He is acknowledged for creating high-quality cinema. Right from Khosla Ka Ghosla to Oye Lucky! Lucky Oye! to Love Sex Aur Dhokha, Dibakar Banerjee's movies have been lapped up by spectators. He typically picks up avant-garde subject matters and his latest flick Shanghai is no exception. Khosla Ka Ghosla, Oye Lucky! Lucky Oye! and Love Sex Aur Dhokha presented diverse stories. Now Dibakar presents the much-anticipated thriller Shanghai, which orbits in the region of gluttony and deceitfulness of politicians.
Political thrillers are a much abused genre, but it's not frequently that movies confer us with what Shanghai offers: A political thriller wherein the politics seizes precedence over the thriller element. It's more of a reality check about where India stands in the present day. In the context of the film, we have this dream of a Shanghai like city, where there is commerce, eminence, capital and the material comfort. But the reality is something else!
Enthused by a book of the 1960s, 'Z', by Greek writer and diplomat Vassilis Vassilikos, a Costa Gavras film, Z, was also motivated by this book in 1969. Banerjee detected remarkable similarities between the Greece in the book and the India of today, procured its rights and acclimatized the account to a metropolis in India.
A political activist [Prosenjit Chatterjee] meets with an accident in an Indian city gearing up for elections. A lone girl [Kalki Koechlin] believes it to be a murder. A porn film maker [Emraan Hashmi] claims to have proof that will bring the government down. A high-ranking bureaucrat [Abhay Deol] is brought in by the government to control damage. The three of them blow the lid off the Indian dream called Shanghai.
Shanghai deals with the two sides of the coin: Abhay symbolizes the scholarly, frontward looking and progressive India, while Emraan is the ordinary guy who is left behind. In Shanghai, Abhay and Emraan depict the two halves of India which, in many ways, are conflicting against each other for a larger divide in the cake.
The finest aspect of Dibakar Banerjee's films is that you can't articulate what he's going to come up with next and how unerringly he's going to engage you in his creation. All his movies so far have picked up issues that concern us, but the temperament was so diverse that, if you weren't aware, you might not have estimated that they were all helmed by the same director.
Shanghai is a political thriller woven around much-battered terms 'expansion' and 'development'. This sort of a deception has ensued before in various nations/states and it is these types of political misdemeanors that Dibakar dabbles with in Shanghai. Shanghai is an affluent work of art by a master storyteller. Most significantly, it's a film of our times. It evokes myriad emotions in you. It leaves you horrified, distressed… it may even make you livid. I'd go to the extent of pronouncing that Shanghai is one of the bravest and most commanding movies of this decade. A contemporary film about our times, our lives.
Vishal-Shekhar's music is alright. 'Bharat Mata Ki Jai' is, of course, the track to watch out for, while 'Imported Kamariya' is passable. The background score does complete justice to the material on screen, while the cinematography captures the mood brilliantly.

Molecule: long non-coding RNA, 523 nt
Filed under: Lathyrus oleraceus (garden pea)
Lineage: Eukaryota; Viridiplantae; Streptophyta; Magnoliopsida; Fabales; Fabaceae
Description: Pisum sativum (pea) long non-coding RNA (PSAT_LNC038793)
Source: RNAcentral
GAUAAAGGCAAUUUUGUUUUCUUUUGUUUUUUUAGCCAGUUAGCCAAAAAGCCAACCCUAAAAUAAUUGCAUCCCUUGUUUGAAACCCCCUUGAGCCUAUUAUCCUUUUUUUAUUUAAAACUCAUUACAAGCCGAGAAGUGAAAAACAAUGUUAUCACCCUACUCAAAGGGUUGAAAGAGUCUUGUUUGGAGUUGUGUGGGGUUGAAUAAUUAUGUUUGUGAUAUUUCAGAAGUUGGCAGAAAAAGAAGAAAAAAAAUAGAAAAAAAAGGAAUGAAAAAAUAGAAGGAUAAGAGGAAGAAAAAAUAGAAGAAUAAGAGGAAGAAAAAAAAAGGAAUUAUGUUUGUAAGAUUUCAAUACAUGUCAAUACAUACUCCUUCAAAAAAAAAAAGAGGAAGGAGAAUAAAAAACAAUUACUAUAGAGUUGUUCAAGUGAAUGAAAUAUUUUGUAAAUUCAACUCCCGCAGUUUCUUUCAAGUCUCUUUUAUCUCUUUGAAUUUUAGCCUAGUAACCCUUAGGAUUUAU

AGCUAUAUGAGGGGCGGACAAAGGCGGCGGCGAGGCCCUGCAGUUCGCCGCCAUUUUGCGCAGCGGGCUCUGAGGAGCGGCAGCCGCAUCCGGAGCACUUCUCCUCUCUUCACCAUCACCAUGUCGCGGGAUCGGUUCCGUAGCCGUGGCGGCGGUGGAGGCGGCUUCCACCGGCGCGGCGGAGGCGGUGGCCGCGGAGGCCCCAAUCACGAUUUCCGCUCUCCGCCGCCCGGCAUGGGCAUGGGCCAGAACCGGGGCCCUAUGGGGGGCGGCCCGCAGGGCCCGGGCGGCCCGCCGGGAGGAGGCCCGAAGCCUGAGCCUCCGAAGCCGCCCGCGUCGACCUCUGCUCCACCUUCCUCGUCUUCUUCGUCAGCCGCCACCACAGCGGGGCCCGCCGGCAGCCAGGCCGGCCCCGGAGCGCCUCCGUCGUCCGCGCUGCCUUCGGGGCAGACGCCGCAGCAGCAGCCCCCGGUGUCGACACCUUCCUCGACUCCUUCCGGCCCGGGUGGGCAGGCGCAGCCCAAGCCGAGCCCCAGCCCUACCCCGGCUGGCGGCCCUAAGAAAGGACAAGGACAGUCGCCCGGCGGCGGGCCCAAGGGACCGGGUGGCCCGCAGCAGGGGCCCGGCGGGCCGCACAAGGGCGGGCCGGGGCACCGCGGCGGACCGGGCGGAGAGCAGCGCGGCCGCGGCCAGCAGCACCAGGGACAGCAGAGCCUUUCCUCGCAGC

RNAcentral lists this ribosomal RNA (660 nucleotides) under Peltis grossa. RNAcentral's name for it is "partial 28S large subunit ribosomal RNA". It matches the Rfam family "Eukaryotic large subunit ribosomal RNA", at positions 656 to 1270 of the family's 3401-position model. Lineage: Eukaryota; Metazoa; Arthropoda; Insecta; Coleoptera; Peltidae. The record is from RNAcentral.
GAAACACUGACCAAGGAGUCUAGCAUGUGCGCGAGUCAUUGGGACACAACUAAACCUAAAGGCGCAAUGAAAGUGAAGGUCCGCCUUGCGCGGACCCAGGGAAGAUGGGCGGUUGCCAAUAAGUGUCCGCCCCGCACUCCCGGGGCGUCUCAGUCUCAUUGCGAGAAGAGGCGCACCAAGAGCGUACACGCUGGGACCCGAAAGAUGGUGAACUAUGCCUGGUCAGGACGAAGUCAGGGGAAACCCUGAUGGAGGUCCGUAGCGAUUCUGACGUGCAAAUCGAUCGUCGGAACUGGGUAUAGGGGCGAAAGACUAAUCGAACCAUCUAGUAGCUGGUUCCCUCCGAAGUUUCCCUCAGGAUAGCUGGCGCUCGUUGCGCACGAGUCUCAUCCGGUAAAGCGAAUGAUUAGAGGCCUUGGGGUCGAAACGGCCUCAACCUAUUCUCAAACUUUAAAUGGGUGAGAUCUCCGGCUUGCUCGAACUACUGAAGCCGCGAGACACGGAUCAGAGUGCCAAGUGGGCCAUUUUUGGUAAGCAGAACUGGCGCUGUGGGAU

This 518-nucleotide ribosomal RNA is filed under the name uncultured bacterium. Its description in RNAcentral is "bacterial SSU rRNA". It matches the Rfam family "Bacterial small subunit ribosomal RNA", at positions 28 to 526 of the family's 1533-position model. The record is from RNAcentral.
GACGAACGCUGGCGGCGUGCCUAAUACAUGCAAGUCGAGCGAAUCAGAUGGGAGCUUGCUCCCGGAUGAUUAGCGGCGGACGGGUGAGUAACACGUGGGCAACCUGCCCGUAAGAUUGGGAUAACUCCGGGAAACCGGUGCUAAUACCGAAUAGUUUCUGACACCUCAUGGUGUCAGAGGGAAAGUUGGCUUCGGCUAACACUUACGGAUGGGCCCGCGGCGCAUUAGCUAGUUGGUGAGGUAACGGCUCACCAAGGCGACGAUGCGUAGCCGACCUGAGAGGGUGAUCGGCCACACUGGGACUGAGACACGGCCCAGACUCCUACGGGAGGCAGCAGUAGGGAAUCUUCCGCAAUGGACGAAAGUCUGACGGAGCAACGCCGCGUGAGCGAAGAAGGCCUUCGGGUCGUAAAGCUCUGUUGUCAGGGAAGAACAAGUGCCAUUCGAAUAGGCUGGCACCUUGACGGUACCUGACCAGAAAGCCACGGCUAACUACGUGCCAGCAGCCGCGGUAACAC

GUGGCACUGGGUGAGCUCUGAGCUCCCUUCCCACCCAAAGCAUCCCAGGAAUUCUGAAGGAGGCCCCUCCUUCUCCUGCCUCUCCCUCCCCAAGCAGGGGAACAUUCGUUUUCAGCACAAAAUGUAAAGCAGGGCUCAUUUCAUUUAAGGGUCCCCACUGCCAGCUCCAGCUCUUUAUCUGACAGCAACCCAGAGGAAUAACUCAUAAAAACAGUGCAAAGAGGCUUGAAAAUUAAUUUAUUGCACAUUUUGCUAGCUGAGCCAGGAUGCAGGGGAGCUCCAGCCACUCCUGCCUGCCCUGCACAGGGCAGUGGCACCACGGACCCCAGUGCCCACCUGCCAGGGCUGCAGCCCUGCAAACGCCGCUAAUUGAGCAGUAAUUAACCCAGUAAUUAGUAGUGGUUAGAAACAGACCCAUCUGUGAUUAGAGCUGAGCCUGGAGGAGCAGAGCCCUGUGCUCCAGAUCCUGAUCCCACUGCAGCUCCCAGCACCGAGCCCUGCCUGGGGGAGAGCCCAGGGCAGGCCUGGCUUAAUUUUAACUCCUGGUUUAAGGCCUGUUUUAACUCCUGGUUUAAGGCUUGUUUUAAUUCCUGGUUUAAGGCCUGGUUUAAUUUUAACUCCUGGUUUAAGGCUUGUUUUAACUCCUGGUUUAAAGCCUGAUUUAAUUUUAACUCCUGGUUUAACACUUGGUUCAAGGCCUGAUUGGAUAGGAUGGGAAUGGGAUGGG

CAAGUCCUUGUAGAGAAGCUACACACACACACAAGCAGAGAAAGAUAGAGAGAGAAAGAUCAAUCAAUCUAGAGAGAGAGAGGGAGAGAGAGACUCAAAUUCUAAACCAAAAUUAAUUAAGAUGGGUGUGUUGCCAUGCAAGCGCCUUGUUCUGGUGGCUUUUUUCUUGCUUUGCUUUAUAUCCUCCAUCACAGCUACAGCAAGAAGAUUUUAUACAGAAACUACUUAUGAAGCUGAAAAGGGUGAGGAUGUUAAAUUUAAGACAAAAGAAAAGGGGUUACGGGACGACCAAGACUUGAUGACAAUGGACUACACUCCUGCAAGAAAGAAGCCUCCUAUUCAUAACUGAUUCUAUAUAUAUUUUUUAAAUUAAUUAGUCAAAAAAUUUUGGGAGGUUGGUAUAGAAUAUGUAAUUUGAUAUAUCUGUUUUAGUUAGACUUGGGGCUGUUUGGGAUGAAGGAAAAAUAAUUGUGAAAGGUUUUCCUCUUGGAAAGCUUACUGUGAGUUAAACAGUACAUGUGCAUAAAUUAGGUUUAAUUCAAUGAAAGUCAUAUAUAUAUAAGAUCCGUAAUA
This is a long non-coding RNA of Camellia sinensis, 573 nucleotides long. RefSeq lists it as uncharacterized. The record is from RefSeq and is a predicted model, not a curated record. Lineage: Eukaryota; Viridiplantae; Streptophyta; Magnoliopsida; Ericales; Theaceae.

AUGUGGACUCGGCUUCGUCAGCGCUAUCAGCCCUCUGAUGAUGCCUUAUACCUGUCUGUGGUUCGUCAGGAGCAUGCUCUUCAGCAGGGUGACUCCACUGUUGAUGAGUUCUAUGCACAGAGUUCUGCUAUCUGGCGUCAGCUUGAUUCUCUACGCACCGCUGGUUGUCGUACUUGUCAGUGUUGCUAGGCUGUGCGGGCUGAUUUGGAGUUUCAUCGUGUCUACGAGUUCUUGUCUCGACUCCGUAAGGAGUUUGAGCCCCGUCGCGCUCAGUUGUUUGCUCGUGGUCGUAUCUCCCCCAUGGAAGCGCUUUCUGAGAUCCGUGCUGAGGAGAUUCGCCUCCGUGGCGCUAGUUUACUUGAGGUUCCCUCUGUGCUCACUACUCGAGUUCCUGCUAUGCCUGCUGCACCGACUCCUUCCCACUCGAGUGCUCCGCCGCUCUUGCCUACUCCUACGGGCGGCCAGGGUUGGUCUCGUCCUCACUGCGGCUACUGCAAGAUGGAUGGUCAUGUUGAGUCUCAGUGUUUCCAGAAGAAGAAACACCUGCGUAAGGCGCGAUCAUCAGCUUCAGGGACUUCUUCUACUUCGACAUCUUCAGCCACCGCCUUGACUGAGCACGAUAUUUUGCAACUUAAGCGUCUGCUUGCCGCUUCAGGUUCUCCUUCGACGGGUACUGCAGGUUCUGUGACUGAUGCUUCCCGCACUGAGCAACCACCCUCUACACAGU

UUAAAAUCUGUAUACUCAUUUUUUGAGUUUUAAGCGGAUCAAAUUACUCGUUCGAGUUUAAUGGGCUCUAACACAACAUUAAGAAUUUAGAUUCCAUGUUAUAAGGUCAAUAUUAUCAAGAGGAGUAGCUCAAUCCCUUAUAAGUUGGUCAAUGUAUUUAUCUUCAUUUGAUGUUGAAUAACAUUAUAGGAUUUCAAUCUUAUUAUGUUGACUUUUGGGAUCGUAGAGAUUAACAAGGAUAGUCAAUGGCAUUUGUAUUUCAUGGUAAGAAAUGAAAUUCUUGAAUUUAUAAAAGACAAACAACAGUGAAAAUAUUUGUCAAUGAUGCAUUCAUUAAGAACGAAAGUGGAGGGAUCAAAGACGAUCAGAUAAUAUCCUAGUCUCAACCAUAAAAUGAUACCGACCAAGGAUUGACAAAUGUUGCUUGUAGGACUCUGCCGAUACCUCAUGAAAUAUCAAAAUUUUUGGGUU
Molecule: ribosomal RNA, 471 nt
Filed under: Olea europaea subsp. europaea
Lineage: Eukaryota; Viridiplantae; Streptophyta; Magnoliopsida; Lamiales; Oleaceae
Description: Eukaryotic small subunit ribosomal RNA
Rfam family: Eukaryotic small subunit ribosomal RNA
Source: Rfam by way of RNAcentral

The casting is offbeat, but beguiling. One could've never anticipated Abhay and Emraan acting in the same film. Emraan is your regular guy, so there is an instantaneous connect with him. Besides, it's a new Emraan that you witness here [paunch, blackened/stained teeth], which is in sharp contrast to his on-screen romantic representation. Influenced by Dibakar's thought process, Emraan takes the plunge and wholly submits to the director's visualization. This is a defining moment in his career and I am sure, even Emraan must've rediscovered himself in this variety of film-making.
Abhay's character is authoritative, unprejudiced, calm and uncomplicated. He gets all the nuances of his characters right. In many ways Abhay's character is the vertebrae of the movie. He clutches it together. The endearing actor sinks his teeth into the character and comes up with a triumphant act.
Though Kalki has depicted distressed characters in films like Shaitan, That Girl In Yellow Boots and also in Dev d, she skillfully performs the part of an absolute outsider and brings on a certain susceptibility, which is the prerequisite demand of her characterization. Kalki is truly awe-inspiring and enacts her part with flourish.
Prosenjit Chatterjee is effective in a brief role. Farooque Sheikh adds a lot of weight to the proceedings. Pitobash is exceptional. Supriya Pathak gets limited scope, but she's competent. Anant Jog is remarkable. Tillotama Shome is super.
On the whole, Shanghai is undeniably one of the most politically astute films ever made. It keeps you involved and concerned right from its inception to the harrowing culmination. This is not your usual Bollywood masala film, but a serious motion picture that has a voice, that makes you think, that makes a stunning impact. A must watch!